- Last updated on 2019.03.11 by Frans Janssens
Checklist of the Collembola: Paleontology

Kenneth A. Christiansen, Department of Biology, Grinnell College, PO Box V3, Grinnell, IA 50112-0806, USA
Frans Janssens, Department of Biology, University of Antwerp, Antwerp, B-2020, Belgium

Fig.3. Grinnellia ventis
Christiansen, K. & Nascimbene, P., 2006
The remarkably few fossil records of the Collembola extend geochronologically from the Lower Devonian (Hirst & Maulik, 1926) to the Pleistocene (Yosii, 1974) (Christiansen & Nascimbene, 2006:318).

Two extinct species are reported from the Paleozoic: Rhyniella praecursor Hirst & Maulik, 1926 from the Lower Devonian Rhynie Chert of Scotland (Siegenian period 397-391 mya (Westoll, 1977, cited from D'Haese, 2003:563), and Permobrya mirabilis Riek, 1976 from the Upper Permian of South Africa.

27 extinct species are reported from the Mesozoic:
Grinnellia ventis Christiansen & Nascimbene, 2006:320, Sminthuricinus deceptus Christiansen & Nascimbene, 2006:323, Mucrovirga incompleta Christiansen & Nascimbene, 2006:326, Sminthurconus grimaldi Christiansen & Nascimbene, 2006:329, Villusisotoma brevis Christiansen & Nascimbene, 2006:335, Villusisotoma longa Christiansen & Nascimbene, 2006:336, Proisotoma pettersonae Christiansen & Nascimbene, 2006:340, Burmisotoma lamellifera Christiansen & Nascimbene, 2006:342, Protoisotoma burma Christiansen & Nascimbene, 2006:343, Propachyotoma conica Christiansen & Nascimbene, 2006:344, Protodesoria granda Christiansen & Nascimbene, 2006:346, Protodontella minicornis Christiansen & Nascimbene, 2006:350, Praentomobrya avita Christiansen & Nascimbene, 2006:356, Cretacentomobrya burma Christiansen & Nascimbene, 2006:357, from Mid Cretaceous amber of Myanmar (Burma);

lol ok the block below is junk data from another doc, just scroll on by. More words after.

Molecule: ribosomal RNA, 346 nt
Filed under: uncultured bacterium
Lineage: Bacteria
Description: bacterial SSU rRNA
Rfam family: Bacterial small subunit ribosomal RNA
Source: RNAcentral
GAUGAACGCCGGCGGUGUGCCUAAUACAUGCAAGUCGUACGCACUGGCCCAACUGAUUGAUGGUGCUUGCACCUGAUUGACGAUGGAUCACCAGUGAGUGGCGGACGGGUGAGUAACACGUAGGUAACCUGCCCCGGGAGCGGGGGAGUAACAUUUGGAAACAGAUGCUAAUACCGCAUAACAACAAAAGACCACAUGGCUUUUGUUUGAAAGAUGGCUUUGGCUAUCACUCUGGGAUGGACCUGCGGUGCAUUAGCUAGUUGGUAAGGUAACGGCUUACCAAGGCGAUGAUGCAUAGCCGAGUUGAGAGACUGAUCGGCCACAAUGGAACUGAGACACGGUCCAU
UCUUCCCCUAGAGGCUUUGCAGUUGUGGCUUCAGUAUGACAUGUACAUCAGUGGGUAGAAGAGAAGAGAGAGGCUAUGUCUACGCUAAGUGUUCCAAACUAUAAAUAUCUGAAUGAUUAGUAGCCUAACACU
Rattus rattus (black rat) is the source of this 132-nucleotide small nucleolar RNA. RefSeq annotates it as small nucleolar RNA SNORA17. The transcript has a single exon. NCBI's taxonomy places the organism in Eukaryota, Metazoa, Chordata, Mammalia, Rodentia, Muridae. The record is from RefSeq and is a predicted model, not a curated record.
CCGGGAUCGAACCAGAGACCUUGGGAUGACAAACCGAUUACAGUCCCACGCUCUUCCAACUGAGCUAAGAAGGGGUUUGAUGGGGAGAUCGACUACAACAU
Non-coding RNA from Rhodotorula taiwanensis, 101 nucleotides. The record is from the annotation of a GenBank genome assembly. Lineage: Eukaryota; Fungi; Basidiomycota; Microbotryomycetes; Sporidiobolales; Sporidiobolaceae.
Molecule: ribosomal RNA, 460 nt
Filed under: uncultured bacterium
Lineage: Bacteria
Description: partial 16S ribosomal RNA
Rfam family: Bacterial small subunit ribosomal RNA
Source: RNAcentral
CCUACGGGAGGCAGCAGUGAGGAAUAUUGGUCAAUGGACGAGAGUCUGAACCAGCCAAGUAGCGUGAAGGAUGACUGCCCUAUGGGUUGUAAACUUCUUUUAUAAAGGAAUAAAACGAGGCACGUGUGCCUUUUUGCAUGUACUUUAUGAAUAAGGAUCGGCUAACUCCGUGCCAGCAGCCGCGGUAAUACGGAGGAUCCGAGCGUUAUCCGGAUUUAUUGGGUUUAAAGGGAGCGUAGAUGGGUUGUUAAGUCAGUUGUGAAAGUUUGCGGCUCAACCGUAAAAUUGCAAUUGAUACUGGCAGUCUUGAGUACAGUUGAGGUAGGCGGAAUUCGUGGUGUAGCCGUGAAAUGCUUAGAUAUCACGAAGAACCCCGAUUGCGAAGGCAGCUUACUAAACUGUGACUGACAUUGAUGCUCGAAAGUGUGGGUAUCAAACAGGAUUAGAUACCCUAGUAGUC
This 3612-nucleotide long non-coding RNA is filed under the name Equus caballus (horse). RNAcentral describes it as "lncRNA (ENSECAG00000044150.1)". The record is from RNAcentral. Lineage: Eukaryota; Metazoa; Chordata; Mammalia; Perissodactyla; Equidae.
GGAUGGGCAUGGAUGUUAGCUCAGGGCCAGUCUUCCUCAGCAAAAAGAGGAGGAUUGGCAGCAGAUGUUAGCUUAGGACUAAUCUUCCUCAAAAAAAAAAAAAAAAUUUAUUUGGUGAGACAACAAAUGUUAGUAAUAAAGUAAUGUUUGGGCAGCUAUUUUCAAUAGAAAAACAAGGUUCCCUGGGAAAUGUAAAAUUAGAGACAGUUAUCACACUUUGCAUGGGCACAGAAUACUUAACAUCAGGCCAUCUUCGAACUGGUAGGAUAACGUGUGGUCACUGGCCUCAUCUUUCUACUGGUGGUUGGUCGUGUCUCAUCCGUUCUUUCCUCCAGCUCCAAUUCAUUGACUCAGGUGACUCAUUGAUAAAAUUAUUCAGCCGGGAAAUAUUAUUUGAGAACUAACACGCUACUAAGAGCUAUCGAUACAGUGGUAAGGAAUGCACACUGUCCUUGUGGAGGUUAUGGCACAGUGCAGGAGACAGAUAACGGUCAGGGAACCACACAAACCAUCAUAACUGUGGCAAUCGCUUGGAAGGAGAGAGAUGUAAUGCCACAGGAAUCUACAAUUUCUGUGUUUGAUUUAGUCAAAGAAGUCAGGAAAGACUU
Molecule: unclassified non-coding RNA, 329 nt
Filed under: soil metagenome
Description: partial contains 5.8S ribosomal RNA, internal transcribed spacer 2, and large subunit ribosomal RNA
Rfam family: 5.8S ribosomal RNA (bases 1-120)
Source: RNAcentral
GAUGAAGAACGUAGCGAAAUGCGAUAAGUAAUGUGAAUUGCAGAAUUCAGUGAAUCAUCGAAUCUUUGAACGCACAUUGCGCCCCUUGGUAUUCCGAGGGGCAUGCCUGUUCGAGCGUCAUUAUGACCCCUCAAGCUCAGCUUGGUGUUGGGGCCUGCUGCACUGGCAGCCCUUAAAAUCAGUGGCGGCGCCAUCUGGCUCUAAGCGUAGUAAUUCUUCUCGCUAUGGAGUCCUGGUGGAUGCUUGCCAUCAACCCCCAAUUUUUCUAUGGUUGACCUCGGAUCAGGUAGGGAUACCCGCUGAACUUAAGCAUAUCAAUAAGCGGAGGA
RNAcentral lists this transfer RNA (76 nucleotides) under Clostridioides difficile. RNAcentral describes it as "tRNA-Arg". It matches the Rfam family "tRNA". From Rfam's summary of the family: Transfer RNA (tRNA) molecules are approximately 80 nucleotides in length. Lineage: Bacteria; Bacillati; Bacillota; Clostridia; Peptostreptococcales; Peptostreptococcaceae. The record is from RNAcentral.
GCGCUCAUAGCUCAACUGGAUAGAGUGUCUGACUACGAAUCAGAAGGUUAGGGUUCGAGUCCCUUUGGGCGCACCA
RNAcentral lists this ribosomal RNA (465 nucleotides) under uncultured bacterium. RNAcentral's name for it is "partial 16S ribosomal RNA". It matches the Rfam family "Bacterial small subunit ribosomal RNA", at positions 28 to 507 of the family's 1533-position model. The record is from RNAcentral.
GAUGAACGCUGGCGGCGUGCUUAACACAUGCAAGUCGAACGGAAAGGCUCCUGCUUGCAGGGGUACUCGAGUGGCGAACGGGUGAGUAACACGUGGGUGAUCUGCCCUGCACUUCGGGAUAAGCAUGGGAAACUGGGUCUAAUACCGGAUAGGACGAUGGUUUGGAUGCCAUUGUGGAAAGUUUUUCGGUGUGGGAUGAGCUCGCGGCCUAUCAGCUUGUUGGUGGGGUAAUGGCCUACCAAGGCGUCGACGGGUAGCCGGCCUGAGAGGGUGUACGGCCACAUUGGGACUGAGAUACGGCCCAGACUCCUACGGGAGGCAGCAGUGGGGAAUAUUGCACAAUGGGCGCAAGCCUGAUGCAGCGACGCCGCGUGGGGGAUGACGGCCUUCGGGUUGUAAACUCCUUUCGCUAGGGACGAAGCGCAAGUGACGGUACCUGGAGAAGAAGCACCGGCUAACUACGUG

Pseudosminthurides stoechus Sánchez-García & Engel, 2016:4, Cretokatianna bucculenta Sánchez-García & Engel, 2016:7, Sphyrotheciscus senectus Sánchez-García & Engel, 2016:9, Archeallacma dolichopoda Sánchez-García & Engel, 2016:12, Katiannasminthurus xenopygus Sánchez-García & Engel, 2016:16, from Mid Cretaceous amber of Spain;
Protentomobrya walkeri Folsom, 1937 from Cretaceous amber of Canada;
Oncobrya decepta Christiansen & Pike, 2002, Entomocerus mirus Christiansen & Pike, 2002, Protoisotoma micromucra Christiansen & Pike, 2002, Pseudoxenylla fovealis Christiansen & Pike, 2002, Bellingeria cornua Christiansen & Pike, 2002, Brevimucronus anomalus Christiansen & Pike, 2002, Keratopygos megalos Christiansen & Pike, 2002 from Upper Cretaceous amber of Canada.

Fig.Sm. Sminthurus sp. in amber
from unknown location
Henderickx, H. © 2012.02.13
Fig.Pog. Pogonognathellus sp. in Baltic amber
from unknown location
Klug, G. © 2019.02.28
Four fossil deposits from the Cenozoic are known: the middle Eocene Baltic amber, the lower Miocene amber from Chiapas in Mexico, the lower Miocene amber from the Sierra Septentrional of the Dominican Republic, and the Pleistocene amber from Mizunami in Japan. All Cenozoic records have been assigned to extant genera (Christiansen & Pike, 2002:165-187). From the Eocene Baltic amber, 19 epedaphic species are known, with representatives of the extant genera Allacma, Entomobrya, Hypogastrura, Isotoma, Lepidocyrtus, Orchesella, Podura, Sminthurus, and Tomocerus (Weitschat & Wichard, 2002:86).

Fig.1 Seira sp. in Miocene amber
from the Dominican Republic
Christiansen, K. © 2008
Fig.2 Grinnellia ventis in Cretaceous amber
from Myanmar (Burma)
Christiansen, K. © 2008